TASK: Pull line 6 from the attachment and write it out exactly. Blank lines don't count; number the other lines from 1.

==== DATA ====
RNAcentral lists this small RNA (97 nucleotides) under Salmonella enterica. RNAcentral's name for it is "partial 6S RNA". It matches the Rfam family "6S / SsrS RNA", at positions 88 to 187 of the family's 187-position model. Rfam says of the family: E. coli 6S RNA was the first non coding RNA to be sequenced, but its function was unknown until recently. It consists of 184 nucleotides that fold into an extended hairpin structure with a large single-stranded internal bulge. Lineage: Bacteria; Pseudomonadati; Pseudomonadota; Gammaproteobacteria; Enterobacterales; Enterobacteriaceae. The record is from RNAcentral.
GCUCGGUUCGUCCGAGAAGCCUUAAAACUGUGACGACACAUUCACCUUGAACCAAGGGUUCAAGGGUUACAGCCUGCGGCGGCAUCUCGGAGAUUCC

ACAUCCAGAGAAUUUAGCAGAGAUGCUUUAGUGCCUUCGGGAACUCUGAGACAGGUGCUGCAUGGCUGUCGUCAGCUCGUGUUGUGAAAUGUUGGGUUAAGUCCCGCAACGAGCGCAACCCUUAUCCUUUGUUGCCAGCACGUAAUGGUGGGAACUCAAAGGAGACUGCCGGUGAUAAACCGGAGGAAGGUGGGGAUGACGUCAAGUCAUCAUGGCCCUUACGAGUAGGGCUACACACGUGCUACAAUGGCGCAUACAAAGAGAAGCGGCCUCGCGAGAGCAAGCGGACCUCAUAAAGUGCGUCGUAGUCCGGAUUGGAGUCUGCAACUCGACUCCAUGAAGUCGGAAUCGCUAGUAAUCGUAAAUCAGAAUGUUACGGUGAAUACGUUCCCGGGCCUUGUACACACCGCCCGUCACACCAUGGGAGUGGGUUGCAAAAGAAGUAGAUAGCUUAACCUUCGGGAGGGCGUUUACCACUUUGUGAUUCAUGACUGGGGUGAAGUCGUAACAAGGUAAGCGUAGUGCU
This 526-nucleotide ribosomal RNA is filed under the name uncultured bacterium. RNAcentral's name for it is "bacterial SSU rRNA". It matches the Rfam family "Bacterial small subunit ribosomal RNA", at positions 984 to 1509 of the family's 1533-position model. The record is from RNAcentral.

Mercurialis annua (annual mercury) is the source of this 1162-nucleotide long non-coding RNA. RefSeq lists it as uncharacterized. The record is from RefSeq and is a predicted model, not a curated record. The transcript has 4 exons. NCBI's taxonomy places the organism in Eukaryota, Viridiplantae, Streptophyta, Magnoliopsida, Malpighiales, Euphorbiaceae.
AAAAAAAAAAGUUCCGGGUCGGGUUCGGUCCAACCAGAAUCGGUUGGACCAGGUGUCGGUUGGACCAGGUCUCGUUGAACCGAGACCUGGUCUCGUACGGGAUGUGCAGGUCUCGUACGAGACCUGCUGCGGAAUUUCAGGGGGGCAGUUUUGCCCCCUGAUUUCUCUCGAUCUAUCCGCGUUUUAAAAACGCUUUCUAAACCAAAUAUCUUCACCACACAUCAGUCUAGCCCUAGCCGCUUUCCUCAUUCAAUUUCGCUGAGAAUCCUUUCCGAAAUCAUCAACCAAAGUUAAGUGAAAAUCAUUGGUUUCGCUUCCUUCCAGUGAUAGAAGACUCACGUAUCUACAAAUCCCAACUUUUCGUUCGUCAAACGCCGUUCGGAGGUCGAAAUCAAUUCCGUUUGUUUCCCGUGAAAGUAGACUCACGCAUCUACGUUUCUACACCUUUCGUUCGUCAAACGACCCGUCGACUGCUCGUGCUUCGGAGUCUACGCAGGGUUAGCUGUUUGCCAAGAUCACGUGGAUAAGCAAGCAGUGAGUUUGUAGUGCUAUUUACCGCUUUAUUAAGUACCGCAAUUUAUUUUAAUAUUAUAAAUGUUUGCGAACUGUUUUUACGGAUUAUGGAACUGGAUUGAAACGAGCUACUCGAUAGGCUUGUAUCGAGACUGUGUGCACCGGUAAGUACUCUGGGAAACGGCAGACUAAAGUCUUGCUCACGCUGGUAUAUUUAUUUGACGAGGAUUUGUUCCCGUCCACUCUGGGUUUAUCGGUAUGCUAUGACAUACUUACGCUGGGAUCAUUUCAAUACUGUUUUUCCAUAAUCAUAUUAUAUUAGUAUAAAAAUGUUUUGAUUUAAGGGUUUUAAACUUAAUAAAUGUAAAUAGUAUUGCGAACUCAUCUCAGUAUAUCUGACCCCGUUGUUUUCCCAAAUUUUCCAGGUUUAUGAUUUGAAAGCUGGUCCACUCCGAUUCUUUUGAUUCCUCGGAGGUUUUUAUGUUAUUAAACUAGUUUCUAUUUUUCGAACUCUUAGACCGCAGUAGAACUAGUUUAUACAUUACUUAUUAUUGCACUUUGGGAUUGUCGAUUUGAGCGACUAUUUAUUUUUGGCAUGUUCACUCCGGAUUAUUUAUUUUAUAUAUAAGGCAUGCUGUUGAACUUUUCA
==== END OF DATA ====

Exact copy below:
AAAAAAAAAAGUUCCGGGUCGGGUUCGGUCCAACCAGAAUCGGUUGGACCAGGUGUCGGUUGGACCAGGUCUCGUUGAACCGAGACCUGGUCUCGUACGGGAUGUGCAGGUCUCGUACGAGACCUGCUGCGGAAUUUCAGGGGGGCAGUUUUGCCCCCUGAUUUCUCUCGAUCUAUCCGCGUUUUAAAAACGCUUUCUAAACCAAAUAUCUUCACCACACAUCAGUCUAGCCCUAGCCGCUUUCCUCAUUCAAUUUCGCUGAGAAUCCUUUCCGAAAUCAUCAACCAAAGUUAAGUGAAAAUCAUUGGUUUCGCUUCCUUCCAGUGAUAGAAGACUCACGUAUCUACAAAUCCCAACUUUUCGUUCGUCAAACGCCGUUCGGAGGUCGAAAUCAAUUCCGUUUGUUUCCCGUGAAAGUAGACUCACGCAUCUACGUUUCUACACCUUUCGUUCGUCAAACGACCCGUCGACUGCUCGUGCUUCGGAGUCUACGCAGGGUUAGCUGUUUGCCAAGAUCACGUGGAUAAGCAAGCAGUGAGUUUGUAGUGCUAUUUACCGCUUUAUUAAGUACCGCAAUUUAUUUUAAUAUUAUAAAUGUUUGCGAACUGUUUUUACGGAUUAUGGAACUGGAUUGAAACGAGCUACUCGAUAGGCUUGUAUCGAGACUGUGUGCACCGGUAAGUACUCUGGGAAACGGCAGACUAAAGUCUUGCUCACGCUGGUAUAUUUAUUUGACGAGGAUUUGUUCCCGUCCACUCUGGGUUUAUCGGUAUGCUAUGACAUACUUACGCUGGGAUCAUUUCAAUACUGUUUUUCCAUAAUCAUAUUAUAUUAGUAUAAAAAUGUUUUGAUUUAAGGGUUUUAAACUUAAUAAAUGUAAAUAGUAUUGCGAACUCAUCUCAGUAUAUCUGACCCCGUUGUUUUCCCAAAUUUUCCAGGUUUAUGAUUUGAAAGCUGGUCCACUCCGAUUCUUUUGAUUCCUCGGAGGUUUUUAUGUUAUUAAACUAGUUUCUAUUUUUCGAACUCUUAGACCGCAGUAGAACUAGUUUAUACAUUACUUAUUAUUGCACUUUGGGAUUGUCGAUUUGAGCGACUAUUUAUUUUUGGCAUGUUCACUCCGGAUUAUUUAUUUUAUAUAUAAGGCAUGCUGUUGAACUUUUCA